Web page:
py·re·thrum (pī-rēthrəm, -rĕthrəm)
a. A Eurasian perennial plant (Tanacetum coccineum) in the composite family, cultivated for its colorful flower heads and formerly used as a source of an insecticide. Also called painted daisy.
b. A closely related perennial plant (Tanacetum cinerariifolium), commercially cultivated as the source of an insecticide.
2. An insecticide made from the dried flower heads of any of these plants.
[Latin, pellitory (Anacyclus pyrethrum), from Greek purethron, from pūr, fire (from its warming effect); see PYRETIC.]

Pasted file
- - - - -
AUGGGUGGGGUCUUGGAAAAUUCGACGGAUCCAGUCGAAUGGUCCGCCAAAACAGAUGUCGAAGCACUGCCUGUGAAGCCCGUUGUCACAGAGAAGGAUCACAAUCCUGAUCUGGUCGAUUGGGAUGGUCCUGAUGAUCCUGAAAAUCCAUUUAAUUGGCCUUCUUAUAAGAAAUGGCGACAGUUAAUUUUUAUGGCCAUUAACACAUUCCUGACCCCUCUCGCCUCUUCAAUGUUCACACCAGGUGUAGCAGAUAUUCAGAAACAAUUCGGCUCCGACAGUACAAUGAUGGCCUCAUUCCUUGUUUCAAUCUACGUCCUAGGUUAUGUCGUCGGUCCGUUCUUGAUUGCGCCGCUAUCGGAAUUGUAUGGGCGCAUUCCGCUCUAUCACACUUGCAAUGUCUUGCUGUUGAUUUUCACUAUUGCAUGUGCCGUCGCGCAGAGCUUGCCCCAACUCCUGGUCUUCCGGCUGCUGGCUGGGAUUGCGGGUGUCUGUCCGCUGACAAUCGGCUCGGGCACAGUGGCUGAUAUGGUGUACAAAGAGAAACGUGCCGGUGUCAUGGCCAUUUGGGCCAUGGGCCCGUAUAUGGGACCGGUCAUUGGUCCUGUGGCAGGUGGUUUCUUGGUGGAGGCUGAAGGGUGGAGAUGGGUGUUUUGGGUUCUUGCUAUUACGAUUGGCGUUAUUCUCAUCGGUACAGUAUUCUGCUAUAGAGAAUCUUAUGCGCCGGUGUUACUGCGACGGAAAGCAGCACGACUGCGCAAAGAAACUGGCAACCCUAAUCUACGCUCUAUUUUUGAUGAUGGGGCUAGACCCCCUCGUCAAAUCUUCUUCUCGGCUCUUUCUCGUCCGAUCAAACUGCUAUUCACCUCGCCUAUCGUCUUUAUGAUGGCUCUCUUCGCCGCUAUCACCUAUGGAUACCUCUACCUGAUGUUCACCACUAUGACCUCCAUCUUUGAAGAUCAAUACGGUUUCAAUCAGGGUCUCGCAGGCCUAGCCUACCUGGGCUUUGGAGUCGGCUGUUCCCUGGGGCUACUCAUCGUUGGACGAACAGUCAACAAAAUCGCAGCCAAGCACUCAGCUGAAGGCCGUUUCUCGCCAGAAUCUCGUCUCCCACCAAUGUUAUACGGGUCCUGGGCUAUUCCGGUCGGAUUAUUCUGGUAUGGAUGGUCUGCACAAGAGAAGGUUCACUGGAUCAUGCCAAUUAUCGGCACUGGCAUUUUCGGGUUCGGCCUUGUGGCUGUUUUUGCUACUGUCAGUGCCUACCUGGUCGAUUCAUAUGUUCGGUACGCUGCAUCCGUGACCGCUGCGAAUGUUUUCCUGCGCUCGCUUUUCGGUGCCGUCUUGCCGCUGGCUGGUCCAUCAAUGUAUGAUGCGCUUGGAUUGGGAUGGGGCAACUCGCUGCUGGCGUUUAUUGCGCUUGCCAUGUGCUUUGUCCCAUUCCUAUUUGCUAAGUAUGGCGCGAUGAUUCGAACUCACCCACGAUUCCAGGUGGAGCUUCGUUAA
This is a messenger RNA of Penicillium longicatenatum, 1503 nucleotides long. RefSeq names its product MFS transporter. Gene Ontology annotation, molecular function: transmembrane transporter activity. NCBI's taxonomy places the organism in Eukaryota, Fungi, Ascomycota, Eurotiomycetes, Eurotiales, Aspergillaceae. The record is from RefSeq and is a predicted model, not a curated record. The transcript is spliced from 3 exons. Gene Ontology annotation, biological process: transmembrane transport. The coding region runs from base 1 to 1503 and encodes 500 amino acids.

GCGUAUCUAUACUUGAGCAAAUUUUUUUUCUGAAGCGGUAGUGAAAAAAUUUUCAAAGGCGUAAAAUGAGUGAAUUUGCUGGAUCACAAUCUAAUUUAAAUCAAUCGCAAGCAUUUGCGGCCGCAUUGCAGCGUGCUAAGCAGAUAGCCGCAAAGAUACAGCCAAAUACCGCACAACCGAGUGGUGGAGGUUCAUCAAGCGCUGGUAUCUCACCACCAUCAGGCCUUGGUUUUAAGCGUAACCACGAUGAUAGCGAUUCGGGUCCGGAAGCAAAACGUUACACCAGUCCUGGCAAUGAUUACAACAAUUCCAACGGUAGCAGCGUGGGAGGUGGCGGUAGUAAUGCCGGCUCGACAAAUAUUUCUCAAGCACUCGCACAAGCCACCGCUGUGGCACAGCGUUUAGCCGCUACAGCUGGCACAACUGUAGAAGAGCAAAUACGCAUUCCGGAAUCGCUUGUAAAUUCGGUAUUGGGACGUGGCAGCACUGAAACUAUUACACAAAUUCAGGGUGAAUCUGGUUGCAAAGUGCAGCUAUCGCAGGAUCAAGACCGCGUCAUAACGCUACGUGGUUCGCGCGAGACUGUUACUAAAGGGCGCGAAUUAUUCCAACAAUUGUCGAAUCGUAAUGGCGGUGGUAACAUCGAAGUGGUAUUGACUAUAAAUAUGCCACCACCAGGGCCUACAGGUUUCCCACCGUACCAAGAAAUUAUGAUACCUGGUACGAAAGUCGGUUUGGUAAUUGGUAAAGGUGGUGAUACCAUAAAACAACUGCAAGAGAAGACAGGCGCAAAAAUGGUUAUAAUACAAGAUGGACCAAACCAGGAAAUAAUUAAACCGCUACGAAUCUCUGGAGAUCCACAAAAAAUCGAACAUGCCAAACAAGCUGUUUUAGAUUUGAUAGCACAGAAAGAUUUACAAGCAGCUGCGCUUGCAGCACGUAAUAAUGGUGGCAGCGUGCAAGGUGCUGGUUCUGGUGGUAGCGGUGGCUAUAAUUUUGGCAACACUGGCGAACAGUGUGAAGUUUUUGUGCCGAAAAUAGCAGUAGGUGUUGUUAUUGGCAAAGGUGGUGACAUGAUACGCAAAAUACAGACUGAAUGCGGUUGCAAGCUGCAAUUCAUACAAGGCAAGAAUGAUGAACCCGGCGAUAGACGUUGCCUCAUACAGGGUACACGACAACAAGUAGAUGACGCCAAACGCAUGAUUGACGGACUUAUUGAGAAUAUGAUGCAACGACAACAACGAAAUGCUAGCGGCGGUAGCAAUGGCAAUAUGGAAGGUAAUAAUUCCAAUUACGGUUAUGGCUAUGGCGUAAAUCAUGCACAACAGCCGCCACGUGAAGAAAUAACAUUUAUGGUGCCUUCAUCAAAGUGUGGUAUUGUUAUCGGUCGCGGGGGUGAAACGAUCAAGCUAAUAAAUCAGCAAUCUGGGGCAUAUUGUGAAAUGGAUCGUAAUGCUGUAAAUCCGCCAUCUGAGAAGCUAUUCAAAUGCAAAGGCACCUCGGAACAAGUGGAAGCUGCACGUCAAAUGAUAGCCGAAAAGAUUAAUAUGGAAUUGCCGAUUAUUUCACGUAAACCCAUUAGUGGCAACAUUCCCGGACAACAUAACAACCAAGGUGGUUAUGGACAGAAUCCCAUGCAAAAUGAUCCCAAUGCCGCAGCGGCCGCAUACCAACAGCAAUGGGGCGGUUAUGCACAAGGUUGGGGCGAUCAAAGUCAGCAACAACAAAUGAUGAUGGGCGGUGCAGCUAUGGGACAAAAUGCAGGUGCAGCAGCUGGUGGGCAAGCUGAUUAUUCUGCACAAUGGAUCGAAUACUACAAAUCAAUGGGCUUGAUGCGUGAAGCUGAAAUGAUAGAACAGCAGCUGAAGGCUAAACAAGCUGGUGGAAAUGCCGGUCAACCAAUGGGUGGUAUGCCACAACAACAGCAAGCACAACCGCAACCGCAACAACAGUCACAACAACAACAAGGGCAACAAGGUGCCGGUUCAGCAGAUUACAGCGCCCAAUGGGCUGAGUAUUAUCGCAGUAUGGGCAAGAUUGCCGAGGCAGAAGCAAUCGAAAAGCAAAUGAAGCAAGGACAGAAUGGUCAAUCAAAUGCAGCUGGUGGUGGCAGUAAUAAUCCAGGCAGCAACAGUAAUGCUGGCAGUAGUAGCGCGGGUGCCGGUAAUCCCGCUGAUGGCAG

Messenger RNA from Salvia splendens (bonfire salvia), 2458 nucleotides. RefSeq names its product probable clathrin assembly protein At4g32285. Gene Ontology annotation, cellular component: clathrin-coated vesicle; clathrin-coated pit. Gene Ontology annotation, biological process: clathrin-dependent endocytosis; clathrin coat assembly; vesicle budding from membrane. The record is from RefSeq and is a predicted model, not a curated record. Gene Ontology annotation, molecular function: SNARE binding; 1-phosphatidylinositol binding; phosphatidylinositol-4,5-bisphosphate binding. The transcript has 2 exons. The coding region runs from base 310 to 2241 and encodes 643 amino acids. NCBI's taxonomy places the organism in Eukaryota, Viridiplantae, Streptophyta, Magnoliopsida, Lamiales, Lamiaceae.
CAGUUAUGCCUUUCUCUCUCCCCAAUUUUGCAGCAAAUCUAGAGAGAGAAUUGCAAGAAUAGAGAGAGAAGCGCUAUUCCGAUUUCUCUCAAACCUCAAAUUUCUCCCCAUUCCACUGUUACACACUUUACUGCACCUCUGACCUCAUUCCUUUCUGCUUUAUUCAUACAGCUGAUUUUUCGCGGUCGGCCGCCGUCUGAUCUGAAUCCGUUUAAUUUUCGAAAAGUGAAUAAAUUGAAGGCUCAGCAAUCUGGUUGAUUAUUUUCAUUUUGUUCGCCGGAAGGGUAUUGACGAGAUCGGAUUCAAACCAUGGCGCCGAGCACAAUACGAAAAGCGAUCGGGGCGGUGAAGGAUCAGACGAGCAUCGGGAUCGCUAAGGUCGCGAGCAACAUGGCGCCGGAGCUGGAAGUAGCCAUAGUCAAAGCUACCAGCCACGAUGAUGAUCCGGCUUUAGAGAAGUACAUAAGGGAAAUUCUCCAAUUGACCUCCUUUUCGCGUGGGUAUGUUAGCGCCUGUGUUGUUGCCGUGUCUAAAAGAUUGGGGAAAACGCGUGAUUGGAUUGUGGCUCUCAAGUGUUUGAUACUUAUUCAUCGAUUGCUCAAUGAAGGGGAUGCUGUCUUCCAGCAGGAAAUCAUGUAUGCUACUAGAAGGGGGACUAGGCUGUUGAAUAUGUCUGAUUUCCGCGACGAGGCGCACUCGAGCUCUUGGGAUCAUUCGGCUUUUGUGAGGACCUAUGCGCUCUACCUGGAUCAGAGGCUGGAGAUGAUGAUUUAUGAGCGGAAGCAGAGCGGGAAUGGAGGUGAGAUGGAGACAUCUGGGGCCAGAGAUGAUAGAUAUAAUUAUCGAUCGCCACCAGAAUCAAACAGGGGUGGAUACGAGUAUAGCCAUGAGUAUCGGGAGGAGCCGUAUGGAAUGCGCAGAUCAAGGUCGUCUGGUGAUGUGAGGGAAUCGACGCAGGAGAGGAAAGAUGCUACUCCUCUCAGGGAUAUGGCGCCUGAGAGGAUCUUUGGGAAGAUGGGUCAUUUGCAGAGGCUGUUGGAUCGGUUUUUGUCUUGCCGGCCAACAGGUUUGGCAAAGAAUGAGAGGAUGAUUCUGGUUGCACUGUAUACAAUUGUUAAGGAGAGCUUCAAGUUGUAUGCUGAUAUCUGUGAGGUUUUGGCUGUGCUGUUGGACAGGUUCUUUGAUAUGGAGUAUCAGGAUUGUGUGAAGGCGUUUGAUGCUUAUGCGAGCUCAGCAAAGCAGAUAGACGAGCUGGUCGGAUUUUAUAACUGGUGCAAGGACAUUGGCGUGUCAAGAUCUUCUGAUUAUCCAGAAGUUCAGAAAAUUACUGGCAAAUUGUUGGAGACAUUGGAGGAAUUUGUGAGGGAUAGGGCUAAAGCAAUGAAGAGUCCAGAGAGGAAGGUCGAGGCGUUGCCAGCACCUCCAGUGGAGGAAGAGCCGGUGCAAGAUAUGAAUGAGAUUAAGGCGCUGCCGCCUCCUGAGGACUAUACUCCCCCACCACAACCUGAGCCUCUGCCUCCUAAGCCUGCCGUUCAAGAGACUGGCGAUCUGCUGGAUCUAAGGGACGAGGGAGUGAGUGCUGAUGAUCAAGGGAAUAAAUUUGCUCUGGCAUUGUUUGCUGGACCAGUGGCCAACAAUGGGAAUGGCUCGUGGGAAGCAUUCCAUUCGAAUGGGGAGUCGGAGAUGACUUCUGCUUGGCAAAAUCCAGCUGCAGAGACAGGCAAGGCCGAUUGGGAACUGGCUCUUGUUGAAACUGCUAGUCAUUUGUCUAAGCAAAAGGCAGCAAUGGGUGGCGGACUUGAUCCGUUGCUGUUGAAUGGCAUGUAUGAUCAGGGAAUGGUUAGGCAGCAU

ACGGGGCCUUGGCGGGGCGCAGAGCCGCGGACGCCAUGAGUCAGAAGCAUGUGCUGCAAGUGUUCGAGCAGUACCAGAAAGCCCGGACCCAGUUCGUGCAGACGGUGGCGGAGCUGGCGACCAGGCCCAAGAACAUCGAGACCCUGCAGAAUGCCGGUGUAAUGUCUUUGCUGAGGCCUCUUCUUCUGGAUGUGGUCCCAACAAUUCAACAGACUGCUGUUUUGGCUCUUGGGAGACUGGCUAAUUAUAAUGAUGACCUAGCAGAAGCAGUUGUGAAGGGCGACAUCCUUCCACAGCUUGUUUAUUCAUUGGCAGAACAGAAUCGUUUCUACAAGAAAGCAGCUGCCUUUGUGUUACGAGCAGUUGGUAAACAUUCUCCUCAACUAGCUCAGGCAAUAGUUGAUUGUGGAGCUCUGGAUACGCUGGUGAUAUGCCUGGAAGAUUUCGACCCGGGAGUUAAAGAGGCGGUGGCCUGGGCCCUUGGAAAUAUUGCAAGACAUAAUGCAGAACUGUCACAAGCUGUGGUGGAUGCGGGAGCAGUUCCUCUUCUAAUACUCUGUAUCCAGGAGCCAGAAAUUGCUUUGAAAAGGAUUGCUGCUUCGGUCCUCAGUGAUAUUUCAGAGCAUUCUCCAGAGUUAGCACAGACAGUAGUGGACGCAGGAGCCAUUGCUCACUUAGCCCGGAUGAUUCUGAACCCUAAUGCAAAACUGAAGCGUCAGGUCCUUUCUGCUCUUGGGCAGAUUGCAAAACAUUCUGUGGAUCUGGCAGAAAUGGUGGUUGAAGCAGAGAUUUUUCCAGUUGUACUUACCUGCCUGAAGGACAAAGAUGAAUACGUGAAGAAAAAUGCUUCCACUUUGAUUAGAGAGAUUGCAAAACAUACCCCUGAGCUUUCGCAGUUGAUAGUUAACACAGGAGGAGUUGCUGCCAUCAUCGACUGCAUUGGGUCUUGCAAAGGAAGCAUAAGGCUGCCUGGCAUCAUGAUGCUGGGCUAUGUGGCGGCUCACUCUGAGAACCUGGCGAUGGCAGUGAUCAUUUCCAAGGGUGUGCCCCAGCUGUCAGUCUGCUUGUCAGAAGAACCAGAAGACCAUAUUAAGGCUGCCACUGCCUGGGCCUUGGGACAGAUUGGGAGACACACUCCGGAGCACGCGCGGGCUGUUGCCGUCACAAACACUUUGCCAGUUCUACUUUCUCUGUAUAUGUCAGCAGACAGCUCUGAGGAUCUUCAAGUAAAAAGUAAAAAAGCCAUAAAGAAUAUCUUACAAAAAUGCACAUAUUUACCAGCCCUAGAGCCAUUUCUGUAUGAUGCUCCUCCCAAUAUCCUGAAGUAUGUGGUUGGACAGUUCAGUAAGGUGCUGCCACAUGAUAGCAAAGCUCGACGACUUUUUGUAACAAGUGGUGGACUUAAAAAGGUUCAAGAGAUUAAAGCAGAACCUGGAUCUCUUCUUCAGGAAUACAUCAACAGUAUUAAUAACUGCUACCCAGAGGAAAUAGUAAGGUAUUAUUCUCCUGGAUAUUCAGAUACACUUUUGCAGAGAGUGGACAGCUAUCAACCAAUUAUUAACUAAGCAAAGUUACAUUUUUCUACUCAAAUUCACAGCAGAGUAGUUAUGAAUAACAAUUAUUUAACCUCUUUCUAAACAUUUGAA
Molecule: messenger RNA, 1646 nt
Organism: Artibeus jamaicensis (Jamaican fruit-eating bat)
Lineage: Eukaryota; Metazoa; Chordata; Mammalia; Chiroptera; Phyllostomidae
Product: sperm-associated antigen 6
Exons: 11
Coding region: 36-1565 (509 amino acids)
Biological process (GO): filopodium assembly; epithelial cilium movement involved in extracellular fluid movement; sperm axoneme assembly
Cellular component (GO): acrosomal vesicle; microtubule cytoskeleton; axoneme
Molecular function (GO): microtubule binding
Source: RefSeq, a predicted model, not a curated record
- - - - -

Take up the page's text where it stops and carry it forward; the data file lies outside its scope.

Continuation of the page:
The American Heritage® Dictionary of the English Language, Fifth Edition copyright ©2020 by Houghton Mifflin Harcourt Publishing Company. All rights reserved.
Indo-European & Semitic Roots Appendices
Thousands of entries in the dictionary include etymologies that trace their origins back to reconstructed proto-languages. You can obtain more information about these forms in our online appendices:
The Indo-European appendix covers nearly half of the Indo-European roots that have left their mark on English words. A more complete treatment of Indo-European roots and the English words derived from them is available in our Dictionary of Indo-European Roots.